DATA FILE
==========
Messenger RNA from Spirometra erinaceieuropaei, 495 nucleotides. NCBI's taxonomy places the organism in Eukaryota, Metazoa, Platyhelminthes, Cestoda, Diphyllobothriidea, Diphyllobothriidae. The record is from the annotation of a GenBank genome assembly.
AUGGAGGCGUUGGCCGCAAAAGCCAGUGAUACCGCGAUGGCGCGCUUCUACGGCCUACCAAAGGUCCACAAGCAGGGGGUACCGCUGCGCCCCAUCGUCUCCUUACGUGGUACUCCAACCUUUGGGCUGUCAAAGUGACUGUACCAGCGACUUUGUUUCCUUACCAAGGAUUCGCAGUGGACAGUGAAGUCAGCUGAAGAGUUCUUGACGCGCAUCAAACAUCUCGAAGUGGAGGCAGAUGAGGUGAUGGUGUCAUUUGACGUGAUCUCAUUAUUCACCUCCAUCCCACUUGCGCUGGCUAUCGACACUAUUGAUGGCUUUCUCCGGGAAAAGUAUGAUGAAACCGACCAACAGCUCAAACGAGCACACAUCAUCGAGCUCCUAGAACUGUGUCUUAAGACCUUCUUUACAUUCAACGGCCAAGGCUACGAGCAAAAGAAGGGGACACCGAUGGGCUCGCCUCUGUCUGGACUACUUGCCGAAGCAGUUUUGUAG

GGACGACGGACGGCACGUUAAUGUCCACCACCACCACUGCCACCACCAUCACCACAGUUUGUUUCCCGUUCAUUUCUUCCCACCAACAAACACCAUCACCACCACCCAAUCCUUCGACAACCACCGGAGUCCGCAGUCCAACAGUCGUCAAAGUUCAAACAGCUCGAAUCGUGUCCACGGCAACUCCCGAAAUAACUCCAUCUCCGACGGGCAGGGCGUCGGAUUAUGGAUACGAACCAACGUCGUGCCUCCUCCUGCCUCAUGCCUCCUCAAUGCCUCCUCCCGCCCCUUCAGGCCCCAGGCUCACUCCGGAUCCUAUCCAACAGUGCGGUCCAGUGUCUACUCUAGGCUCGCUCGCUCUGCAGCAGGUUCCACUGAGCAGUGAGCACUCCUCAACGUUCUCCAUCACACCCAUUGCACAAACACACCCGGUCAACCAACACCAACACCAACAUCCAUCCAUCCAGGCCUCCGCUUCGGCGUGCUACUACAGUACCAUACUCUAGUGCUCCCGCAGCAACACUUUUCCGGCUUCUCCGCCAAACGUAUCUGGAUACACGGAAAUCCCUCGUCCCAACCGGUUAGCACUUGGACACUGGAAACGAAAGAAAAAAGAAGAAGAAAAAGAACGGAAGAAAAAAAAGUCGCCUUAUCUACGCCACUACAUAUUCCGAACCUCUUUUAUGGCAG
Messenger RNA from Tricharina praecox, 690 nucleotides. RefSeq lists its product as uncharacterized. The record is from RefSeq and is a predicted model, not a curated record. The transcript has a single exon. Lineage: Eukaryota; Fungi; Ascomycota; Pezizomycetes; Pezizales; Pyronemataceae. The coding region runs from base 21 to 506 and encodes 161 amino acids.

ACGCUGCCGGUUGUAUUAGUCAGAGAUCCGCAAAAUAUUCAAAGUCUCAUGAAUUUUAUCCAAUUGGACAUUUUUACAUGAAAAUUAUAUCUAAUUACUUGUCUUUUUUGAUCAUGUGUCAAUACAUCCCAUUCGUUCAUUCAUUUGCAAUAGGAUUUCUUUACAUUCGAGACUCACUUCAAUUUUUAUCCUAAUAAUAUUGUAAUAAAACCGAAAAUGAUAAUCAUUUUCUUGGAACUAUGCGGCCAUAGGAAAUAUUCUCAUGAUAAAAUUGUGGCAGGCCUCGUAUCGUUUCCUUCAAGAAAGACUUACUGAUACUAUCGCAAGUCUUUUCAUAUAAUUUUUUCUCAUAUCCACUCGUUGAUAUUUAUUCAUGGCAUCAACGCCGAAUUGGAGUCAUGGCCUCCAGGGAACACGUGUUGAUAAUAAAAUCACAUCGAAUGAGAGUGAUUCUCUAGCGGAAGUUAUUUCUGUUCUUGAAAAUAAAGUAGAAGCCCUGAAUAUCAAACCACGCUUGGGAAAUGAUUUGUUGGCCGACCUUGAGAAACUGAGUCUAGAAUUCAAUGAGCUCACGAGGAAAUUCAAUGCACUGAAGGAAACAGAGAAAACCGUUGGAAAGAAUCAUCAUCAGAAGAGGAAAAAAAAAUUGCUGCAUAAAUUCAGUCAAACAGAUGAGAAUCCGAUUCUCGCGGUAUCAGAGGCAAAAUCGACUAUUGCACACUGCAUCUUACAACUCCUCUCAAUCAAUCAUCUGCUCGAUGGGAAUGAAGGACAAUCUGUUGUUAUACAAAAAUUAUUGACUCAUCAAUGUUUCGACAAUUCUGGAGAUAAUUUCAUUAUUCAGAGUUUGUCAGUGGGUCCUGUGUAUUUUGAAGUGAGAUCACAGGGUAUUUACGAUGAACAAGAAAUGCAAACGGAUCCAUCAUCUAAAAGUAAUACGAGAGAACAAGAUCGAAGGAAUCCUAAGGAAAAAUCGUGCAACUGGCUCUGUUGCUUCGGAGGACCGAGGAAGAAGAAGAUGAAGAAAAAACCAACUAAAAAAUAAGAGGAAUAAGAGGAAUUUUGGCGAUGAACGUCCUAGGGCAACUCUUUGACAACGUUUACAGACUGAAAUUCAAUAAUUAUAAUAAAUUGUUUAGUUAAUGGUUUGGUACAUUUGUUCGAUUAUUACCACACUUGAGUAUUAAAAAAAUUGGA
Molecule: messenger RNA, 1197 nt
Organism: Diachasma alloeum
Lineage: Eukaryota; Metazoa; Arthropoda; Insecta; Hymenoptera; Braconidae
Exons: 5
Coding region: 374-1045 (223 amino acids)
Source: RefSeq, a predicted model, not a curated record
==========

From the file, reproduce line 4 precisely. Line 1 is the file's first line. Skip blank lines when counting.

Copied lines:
Messenger RNA from Tricharina praecox, 690 nucleotides. RefSeq lists its product as uncharacterized. The record is from RefSeq and is a predicted model, not a curated record. The transcript has a single exon. Lineage: Eukaryota; Fungi; Ascomycota; Pezizomycetes; Pezizales; Pyronemataceae. The coding region runs from base 21 to 506 and encodes 161 amino acids.